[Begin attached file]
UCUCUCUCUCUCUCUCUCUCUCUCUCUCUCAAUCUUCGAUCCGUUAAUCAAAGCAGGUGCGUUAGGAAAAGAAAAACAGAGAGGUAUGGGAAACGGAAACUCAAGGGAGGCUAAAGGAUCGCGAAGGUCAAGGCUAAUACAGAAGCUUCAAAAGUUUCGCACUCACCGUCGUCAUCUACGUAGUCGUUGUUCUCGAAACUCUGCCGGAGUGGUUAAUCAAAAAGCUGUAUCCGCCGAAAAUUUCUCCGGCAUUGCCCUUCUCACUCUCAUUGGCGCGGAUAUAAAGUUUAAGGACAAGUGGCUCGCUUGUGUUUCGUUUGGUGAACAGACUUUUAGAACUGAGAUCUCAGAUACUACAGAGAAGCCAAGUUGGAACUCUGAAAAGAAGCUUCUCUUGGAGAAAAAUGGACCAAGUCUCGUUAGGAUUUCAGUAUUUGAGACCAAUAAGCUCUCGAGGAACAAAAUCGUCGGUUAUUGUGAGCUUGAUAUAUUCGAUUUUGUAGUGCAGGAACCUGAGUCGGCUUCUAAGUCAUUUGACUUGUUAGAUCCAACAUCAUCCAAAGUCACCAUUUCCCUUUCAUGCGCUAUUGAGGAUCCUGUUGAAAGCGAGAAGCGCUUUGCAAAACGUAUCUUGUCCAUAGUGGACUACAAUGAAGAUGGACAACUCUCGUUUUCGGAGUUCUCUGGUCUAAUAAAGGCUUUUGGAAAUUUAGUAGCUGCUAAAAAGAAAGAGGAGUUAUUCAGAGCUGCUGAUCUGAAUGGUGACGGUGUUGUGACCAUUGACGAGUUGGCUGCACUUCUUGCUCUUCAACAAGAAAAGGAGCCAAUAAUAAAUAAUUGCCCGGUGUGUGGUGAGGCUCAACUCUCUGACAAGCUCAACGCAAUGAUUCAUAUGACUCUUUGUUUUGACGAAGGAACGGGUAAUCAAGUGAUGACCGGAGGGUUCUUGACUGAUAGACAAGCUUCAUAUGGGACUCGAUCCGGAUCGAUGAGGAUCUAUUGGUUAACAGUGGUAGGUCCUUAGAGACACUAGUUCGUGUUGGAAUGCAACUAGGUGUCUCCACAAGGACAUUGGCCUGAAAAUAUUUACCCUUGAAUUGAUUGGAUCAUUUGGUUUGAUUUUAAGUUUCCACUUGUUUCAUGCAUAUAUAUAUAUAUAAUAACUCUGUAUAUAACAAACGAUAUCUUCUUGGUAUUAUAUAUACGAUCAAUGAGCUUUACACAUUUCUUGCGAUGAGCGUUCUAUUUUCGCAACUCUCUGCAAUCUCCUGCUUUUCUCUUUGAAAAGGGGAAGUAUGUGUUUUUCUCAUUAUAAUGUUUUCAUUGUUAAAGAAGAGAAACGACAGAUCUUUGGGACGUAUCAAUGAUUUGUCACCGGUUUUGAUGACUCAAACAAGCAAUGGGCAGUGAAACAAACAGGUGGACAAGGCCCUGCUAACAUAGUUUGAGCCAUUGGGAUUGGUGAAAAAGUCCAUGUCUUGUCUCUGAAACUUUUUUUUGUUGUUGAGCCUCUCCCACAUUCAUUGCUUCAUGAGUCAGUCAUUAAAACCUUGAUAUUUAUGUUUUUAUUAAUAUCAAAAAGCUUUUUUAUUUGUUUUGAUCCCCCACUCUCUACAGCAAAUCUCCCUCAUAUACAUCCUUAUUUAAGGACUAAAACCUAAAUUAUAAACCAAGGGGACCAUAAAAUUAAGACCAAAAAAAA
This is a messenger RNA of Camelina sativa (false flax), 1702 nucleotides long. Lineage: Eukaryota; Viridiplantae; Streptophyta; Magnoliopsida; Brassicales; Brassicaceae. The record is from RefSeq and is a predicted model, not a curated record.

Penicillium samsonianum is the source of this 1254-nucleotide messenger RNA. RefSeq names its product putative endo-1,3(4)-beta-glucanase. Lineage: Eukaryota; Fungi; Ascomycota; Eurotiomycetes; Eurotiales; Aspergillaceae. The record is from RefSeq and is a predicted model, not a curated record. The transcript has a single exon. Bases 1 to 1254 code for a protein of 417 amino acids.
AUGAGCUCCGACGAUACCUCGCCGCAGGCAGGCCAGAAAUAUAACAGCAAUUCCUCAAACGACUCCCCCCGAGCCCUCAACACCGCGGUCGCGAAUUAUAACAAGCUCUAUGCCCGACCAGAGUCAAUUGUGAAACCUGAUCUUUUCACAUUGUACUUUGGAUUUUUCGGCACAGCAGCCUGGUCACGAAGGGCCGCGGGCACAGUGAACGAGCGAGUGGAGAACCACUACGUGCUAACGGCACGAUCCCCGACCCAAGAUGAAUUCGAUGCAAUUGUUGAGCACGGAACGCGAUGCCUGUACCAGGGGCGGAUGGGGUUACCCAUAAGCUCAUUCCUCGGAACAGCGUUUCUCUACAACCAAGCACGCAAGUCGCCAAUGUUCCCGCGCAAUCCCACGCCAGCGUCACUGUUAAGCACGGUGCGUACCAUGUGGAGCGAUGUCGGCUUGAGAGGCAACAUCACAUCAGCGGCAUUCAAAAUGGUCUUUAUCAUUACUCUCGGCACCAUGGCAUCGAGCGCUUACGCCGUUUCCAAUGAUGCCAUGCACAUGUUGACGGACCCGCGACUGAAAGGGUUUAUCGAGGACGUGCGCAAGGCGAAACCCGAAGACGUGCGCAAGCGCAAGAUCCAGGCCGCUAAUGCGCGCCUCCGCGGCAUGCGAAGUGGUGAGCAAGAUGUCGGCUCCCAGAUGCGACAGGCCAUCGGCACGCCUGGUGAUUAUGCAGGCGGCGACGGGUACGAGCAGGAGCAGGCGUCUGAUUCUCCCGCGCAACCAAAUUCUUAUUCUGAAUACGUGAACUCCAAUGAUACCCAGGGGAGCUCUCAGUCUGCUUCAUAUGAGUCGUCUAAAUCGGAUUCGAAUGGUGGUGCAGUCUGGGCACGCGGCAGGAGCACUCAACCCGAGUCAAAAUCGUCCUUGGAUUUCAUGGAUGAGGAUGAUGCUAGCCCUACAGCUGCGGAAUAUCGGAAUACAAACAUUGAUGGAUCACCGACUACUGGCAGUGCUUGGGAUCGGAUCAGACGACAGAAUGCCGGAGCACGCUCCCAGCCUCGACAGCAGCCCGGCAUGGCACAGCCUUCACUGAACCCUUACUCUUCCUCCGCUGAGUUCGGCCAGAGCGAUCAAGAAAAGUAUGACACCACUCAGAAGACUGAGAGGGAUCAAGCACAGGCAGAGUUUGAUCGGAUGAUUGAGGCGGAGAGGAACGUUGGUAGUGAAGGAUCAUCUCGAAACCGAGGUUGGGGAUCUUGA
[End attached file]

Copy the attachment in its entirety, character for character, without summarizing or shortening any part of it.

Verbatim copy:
UCUCUCUCUCUCUCUCUCUCUCUCUCUCUCAAUCUUCGAUCCGUUAAUCAAAGCAGGUGCGUUAGGAAAAGAAAAACAGAGAGGUAUGGGAAACGGAAACUCAAGGGAGGCUAAAGGAUCGCGAAGGUCAAGGCUAAUACAGAAGCUUCAAAAGUUUCGCACUCACCGUCGUCAUCUACGUAGUCGUUGUUCUCGAAACUCUGCCGGAGUGGUUAAUCAAAAAGCUGUAUCCGCCGAAAAUUUCUCCGGCAUUGCCCUUCUCACUCUCAUUGGCGCGGAUAUAAAGUUUAAGGACAAGUGGCUCGCUUGUGUUUCGUUUGGUGAACAGACUUUUAGAACUGAGAUCUCAGAUACUACAGAGAAGCCAAGUUGGAACUCUGAAAAGAAGCUUCUCUUGGAGAAAAAUGGACCAAGUCUCGUUAGGAUUUCAGUAUUUGAGACCAAUAAGCUCUCGAGGAACAAAAUCGUCGGUUAUUGUGAGCUUGAUAUAUUCGAUUUUGUAGUGCAGGAACCUGAGUCGGCUUCUAAGUCAUUUGACUUGUUAGAUCCAACAUCAUCCAAAGUCACCAUUUCCCUUUCAUGCGCUAUUGAGGAUCCUGUUGAAAGCGAGAAGCGCUUUGCAAAACGUAUCUUGUCCAUAGUGGACUACAAUGAAGAUGGACAACUCUCGUUUUCGGAGUUCUCUGGUCUAAUAAAGGCUUUUGGAAAUUUAGUAGCUGCUAAAAAGAAAGAGGAGUUAUUCAGAGCUGCUGAUCUGAAUGGUGACGGUGUUGUGACCAUUGACGAGUUGGCUGCACUUCUUGCUCUUCAACAAGAAAAGGAGCCAAUAAUAAAUAAUUGCCCGGUGUGUGGUGAGGCUCAACUCUCUGACAAGCUCAACGCAAUGAUUCAUAUGACUCUUUGUUUUGACGAAGGAACGGGUAAUCAAGUGAUGACCGGAGGGUUCUUGACUGAUAGACAAGCUUCAUAUGGGACUCGAUCCGGAUCGAUGAGGAUCUAUUGGUUAACAGUGGUAGGUCCUUAGAGACACUAGUUCGUGUUGGAAUGCAACUAGGUGUCUCCACAAGGACAUUGGCCUGAAAAUAUUUACCCUUGAAUUGAUUGGAUCAUUUGGUUUGAUUUUAAGUUUCCACUUGUUUCAUGCAUAUAUAUAUAUAUAAUAACUCUGUAUAUAACAAACGAUAUCUUCUUGGUAUUAUAUAUACGAUCAAUGAGCUUUACACAUUUCUUGCGAUGAGCGUUCUAUUUUCGCAACUCUCUGCAAUCUCCUGCUUUUCUCUUUGAAAAGGGGAAGUAUGUGUUUUUCUCAUUAUAAUGUUUUCAUUGUUAAAGAAGAGAAACGACAGAUCUUUGGGACGUAUCAAUGAUUUGUCACCGGUUUUGAUGACUCAAACAAGCAAUGGGCAGUGAAACAAACAGGUGGACAAGGCCCUGCUAACAUAGUUUGAGCCAUUGGGAUUGGUGAAAAAGUCCAUGUCUUGUCUCUGAAACUUUUUUUUGUUGUUGAGCCUCUCCCACAUUCAUUGCUUCAUGAGUCAGUCAUUAAAACCUUGAUAUUUAUGUUUUUAUUAAUAUCAAAAAGCUUUUUUAUUUGUUUUGAUCCCCCACUCUCUACAGCAAAUCUCCCUCAUAUACAUCCUUAUUUAAGGACUAAAACCUAAAUUAUAAACCAAGGGGACCAUAAAAUUAAGACCAAAAAAAA
This is a messenger RNA of Camelina sativa (false flax), 1702 nucleotides long. Lineage: Eukaryota; Viridiplantae; Streptophyta; Magnoliopsida; Brassicales; Brassicaceae. The record is from RefSeq and is a predicted model, not a curated record.

Penicillium samsonianum is the source of this 1254-nucleotide messenger RNA. RefSeq names its product putative endo-1,3(4)-beta-glucanase. Lineage: Eukaryota; Fungi; Ascomycota; Eurotiomycetes; Eurotiales; Aspergillaceae. The record is from RefSeq and is a predicted model, not a curated record. The transcript has a single exon. Bases 1 to 1254 code for a protein of 417 amino acids.
AUGAGCUCCGACGAUACCUCGCCGCAGGCAGGCCAGAAAUAUAACAGCAAUUCCUCAAACGACUCCCCCCGAGCCCUCAACACCGCGGUCGCGAAUUAUAACAAGCUCUAUGCCCGACCAGAGUCAAUUGUGAAACCUGAUCUUUUCACAUUGUACUUUGGAUUUUUCGGCACAGCAGCCUGGUCACGAAGGGCCGCGGGCACAGUGAACGAGCGAGUGGAGAACCACUACGUGCUAACGGCACGAUCCCCGACCCAAGAUGAAUUCGAUGCAAUUGUUGAGCACGGAACGCGAUGCCUGUACCAGGGGCGGAUGGGGUUACCCAUAAGCUCAUUCCUCGGAACAGCGUUUCUCUACAACCAAGCACGCAAGUCGCCAAUGUUCCCGCGCAAUCCCACGCCAGCGUCACUGUUAAGCACGGUGCGUACCAUGUGGAGCGAUGUCGGCUUGAGAGGCAACAUCACAUCAGCGGCAUUCAAAAUGGUCUUUAUCAUUACUCUCGGCACCAUGGCAUCGAGCGCUUACGCCGUUUCCAAUGAUGCCAUGCACAUGUUGACGGACCCGCGACUGAAAGGGUUUAUCGAGGACGUGCGCAAGGCGAAACCCGAAGACGUGCGCAAGCGCAAGAUCCAGGCCGCUAAUGCGCGCCUCCGCGGCAUGCGAAGUGGUGAGCAAGAUGUCGGCUCCCAGAUGCGACAGGCCAUCGGCACGCCUGGUGAUUAUGCAGGCGGCGACGGGUACGAGCAGGAGCAGGCGUCUGAUUCUCCCGCGCAACCAAAUUCUUAUUCUGAAUACGUGAACUCCAAUGAUACCCAGGGGAGCUCUCAGUCUGCUUCAUAUGAGUCGUCUAAAUCGGAUUCGAAUGGUGGUGCAGUCUGGGCACGCGGCAGGAGCACUCAACCCGAGUCAAAAUCGUCCUUGGAUUUCAUGGAUGAGGAUGAUGCUAGCCCUACAGCUGCGGAAUAUCGGAAUACAAACAUUGAUGGAUCACCGACUACUGGCAGUGCUUGGGAUCGGAUCAGACGACAGAAUGCCGGAGCACGCUCCCAGCCUCGACAGCAGCCCGGCAUGGCACAGCCUUCACUGAACCCUUACUCUUCCUCCGCUGAGUUCGGCCAGAGCGAUCAAGAAAAGUAUGACACCACUCAGAAGACUGAGAGGGAUCAAGCACAGGCAGAGUUUGAUCGGAUGAUUGAGGCGGAGAGGAACGUUGGUAGUGAAGGAUCAUCUCGAAACCGAGGUUGGGGAUCUUGA